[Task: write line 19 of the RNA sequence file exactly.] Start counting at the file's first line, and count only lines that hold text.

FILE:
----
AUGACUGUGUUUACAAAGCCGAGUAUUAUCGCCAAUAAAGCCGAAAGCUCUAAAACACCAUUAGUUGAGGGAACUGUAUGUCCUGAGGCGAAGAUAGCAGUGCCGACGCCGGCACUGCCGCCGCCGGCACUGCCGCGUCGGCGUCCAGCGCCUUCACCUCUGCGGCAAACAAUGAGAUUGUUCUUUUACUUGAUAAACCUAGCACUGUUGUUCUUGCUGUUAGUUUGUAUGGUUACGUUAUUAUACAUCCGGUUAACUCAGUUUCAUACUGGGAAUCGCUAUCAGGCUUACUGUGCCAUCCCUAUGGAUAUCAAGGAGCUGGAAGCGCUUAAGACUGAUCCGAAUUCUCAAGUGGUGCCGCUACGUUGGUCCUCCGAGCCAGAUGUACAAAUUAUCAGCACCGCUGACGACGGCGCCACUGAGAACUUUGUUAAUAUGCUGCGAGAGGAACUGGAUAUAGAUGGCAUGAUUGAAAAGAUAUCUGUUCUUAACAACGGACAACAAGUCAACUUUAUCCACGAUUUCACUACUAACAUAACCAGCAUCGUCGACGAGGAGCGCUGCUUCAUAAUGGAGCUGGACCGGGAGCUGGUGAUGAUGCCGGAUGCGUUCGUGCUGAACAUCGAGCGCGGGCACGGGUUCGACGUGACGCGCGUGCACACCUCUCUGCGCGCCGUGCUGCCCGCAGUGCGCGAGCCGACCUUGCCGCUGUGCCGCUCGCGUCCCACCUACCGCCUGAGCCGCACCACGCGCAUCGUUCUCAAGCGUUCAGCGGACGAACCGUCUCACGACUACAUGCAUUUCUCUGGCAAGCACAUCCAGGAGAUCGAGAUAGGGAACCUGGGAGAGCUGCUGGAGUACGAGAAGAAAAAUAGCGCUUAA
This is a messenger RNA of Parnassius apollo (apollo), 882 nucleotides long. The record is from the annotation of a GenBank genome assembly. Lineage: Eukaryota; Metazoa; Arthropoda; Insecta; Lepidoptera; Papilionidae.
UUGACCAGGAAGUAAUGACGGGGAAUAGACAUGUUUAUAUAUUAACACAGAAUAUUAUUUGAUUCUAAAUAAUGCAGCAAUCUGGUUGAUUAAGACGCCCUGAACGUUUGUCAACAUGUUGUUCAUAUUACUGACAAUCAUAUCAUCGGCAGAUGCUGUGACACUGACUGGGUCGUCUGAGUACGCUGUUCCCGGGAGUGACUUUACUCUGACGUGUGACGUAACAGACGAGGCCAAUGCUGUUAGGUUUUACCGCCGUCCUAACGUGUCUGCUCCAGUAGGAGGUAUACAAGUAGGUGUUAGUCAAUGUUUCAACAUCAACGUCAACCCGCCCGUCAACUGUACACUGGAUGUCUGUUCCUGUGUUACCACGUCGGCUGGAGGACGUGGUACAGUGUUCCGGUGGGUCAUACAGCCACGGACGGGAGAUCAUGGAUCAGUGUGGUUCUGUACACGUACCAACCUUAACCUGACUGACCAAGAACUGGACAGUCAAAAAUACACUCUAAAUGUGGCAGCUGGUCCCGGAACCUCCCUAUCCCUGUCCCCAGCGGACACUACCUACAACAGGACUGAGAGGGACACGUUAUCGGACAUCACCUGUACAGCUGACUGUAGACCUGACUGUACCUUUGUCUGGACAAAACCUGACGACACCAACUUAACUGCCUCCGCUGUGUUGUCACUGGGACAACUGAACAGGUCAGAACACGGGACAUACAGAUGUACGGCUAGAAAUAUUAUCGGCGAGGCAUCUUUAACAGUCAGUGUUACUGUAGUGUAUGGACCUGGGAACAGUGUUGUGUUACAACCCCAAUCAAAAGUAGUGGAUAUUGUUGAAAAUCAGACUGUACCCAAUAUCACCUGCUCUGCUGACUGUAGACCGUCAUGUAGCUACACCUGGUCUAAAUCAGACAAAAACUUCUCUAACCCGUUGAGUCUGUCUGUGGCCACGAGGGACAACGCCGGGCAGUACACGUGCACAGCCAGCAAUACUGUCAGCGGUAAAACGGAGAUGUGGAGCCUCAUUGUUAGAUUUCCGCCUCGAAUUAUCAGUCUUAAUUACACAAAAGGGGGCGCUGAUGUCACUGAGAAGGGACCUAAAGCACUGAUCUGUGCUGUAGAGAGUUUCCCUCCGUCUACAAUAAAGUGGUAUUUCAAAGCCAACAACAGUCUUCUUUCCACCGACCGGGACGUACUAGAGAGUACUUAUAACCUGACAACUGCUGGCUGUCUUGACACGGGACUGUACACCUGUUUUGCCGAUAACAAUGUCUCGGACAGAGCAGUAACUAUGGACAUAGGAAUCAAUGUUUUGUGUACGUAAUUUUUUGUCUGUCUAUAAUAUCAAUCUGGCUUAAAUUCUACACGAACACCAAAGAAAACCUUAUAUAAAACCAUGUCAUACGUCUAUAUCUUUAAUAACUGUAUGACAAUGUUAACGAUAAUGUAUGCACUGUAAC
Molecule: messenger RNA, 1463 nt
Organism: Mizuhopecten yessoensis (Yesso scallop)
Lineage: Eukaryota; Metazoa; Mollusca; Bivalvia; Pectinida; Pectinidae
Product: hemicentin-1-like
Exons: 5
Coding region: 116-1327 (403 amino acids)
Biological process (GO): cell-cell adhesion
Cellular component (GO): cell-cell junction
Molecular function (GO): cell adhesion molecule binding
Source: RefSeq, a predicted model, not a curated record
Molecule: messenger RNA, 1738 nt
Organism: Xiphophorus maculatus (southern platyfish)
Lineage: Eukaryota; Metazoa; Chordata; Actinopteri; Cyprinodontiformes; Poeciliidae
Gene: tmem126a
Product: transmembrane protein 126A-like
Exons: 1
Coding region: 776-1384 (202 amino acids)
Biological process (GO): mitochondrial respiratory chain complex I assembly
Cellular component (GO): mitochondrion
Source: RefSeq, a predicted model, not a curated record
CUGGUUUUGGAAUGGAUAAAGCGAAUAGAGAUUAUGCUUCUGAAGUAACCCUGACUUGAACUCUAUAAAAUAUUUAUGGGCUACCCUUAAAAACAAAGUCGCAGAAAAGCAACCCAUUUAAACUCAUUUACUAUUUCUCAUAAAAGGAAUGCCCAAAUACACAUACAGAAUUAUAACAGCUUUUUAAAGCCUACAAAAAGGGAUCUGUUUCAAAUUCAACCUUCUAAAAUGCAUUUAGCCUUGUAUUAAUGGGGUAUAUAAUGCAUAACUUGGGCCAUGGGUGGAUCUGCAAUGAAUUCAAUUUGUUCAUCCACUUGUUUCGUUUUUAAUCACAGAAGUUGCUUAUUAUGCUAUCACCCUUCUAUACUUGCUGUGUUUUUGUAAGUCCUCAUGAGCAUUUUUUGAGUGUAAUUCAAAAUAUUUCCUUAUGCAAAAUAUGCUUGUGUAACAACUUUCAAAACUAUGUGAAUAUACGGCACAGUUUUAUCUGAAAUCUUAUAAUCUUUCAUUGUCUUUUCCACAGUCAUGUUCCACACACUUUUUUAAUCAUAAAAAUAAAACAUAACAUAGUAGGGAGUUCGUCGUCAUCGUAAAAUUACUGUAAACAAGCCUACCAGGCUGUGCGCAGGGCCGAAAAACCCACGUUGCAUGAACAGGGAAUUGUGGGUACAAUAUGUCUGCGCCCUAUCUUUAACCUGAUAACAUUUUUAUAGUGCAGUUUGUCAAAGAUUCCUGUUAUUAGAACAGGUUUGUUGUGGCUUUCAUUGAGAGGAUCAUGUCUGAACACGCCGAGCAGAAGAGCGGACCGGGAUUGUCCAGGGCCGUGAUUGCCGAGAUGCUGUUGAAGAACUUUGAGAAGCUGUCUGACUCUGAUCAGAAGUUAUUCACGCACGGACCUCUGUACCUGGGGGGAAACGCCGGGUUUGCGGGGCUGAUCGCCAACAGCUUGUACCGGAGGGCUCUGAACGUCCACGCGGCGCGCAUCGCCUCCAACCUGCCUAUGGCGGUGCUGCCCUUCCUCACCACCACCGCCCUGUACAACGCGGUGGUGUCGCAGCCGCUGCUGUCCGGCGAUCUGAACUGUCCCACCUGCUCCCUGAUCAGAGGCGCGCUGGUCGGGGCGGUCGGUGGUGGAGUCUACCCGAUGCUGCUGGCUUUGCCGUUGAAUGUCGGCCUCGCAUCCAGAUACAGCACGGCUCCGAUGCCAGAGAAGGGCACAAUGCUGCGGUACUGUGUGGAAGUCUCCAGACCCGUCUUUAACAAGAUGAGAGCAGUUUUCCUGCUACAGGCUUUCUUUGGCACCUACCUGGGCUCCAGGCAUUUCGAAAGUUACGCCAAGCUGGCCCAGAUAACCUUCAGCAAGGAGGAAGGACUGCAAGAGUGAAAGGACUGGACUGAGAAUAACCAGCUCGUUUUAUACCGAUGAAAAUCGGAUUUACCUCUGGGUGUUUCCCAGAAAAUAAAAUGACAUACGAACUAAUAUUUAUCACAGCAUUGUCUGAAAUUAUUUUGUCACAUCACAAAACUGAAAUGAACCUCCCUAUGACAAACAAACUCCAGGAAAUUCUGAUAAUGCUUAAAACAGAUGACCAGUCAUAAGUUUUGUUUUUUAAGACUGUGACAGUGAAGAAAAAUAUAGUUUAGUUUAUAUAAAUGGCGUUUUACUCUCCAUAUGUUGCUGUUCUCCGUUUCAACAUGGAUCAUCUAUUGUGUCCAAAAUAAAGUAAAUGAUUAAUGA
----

Exons: 1